Francis Chronicles: "I believe that interreligious dialogue must investigate the Jewish roots of Christianity and the Christian flowering of Judaism. ... It is possible to live as brothers."
Pope Francis formally announced six men and women would be made saints Nov. 23, the feast of Christ the King. He made the announcement Friday during a morning "ordinary public consistory," a meeting of cardinals and promoters of the sainthood causes that formally ends the sainthood process.
The same day, he advanced the sainthood causes of eight men and women, including Mother Magdalen Taylor -- an Anglican convert and British foundress of a religious order.
Informed observers are speculating that the pope might add another destination to his first Asian trip -- one that would mark the voyage as truly historic.
The continued meetings between the two religious leaders have provoked speculation about whether the two churches may one day be reunited after nearly 1,000 years of estrangement.
The World Cup, which opens today, "overcomes linguistic, cultural and national barriers," the pope said.
Pope Francis denounced those responsible for human trafficking, slave labor and arms manufacturing, saying people producing weapons of war are "merchants of death."
"One day everything comes to an end and they will be held accountable to God," the pope said at his weekly general audience Wednesday.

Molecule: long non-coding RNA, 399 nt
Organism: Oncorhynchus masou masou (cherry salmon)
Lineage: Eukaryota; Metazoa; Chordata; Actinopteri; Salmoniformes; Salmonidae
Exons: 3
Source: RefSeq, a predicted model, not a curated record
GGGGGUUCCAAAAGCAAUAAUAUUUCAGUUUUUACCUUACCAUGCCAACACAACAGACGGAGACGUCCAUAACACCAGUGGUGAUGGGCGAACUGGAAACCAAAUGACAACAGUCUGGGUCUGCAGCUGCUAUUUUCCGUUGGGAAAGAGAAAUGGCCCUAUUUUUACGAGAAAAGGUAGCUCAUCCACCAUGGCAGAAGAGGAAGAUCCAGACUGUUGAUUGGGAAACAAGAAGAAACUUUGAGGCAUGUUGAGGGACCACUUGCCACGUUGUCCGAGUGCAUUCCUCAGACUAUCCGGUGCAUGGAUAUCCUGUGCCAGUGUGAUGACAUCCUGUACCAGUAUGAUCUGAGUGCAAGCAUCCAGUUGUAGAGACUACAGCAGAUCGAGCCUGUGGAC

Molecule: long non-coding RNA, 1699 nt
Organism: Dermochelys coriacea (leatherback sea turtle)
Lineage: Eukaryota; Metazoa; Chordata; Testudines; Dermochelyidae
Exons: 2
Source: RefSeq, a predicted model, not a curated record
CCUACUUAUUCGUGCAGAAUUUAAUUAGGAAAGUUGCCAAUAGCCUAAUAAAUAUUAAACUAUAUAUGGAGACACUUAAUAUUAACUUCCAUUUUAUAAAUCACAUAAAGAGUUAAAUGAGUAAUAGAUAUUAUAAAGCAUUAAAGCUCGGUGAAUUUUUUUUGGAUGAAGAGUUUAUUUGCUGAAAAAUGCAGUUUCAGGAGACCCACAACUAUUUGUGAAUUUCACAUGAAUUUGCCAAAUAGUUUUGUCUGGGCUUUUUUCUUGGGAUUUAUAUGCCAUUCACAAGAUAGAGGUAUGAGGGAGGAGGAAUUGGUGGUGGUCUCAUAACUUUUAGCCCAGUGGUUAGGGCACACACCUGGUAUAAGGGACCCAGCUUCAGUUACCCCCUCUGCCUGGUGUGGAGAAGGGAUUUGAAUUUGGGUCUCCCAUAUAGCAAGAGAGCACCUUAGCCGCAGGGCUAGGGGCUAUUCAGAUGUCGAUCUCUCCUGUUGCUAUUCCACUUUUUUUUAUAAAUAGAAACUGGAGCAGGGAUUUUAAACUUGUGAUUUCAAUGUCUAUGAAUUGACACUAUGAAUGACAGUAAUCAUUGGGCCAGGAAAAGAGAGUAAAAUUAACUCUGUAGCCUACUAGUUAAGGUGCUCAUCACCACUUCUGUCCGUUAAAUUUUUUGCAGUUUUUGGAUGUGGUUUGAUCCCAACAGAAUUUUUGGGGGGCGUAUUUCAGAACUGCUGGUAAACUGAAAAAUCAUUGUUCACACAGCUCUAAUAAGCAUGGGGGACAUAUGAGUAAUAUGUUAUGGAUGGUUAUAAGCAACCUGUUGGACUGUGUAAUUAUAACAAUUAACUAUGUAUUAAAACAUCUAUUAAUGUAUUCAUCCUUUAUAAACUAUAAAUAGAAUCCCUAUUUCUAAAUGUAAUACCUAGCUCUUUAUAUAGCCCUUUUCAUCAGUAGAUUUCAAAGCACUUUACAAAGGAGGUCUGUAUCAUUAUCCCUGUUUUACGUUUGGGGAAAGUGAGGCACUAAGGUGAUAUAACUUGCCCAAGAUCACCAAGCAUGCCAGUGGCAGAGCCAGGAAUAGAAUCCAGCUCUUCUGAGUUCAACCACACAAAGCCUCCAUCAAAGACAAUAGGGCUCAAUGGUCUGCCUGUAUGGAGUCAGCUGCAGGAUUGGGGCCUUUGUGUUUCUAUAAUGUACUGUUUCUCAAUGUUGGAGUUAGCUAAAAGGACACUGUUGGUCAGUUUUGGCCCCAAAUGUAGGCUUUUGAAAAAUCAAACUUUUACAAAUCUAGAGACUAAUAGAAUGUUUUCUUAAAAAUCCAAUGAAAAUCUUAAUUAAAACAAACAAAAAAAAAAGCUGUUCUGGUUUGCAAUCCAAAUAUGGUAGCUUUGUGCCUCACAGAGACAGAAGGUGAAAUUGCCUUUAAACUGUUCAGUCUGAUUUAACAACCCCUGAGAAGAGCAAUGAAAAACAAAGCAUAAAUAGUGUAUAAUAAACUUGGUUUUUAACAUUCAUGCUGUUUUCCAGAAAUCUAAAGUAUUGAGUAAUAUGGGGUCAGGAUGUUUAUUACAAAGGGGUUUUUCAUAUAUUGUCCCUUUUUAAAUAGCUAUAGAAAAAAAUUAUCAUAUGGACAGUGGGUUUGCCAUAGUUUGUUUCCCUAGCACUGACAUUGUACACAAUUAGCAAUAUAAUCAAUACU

The pope also launched an appeal to the international community to help safeguard children from forced labor, highlighting the plight of an estimated 160 million child workers worldwide.
Pope Francis canceled a second day of private audiences and his morning Mass on Tuesday because of a minor illness, but Vatican officials downplayed speculation about ill health.
Pope Francis reconfirmed most members of the Congregation for Clergy and named three new members Monday, including a U.S.-born archbishop from Lithuania.
Pope Francis urged athletes to live life the same way they play sports: Don't hog the ball, don't fall back on defense, and make sure to keep it fun.
He also called on policymakers and communities to guarantee all kids have access to sports, education and jobs early on in life, "and I guarantee that there will be no addictions to drugs, alcohol and many other vices."
Making a Difference: Palestinians face many discriminatory challenges in Israel. To help correct these, an American priest has created the Holy Land Principles.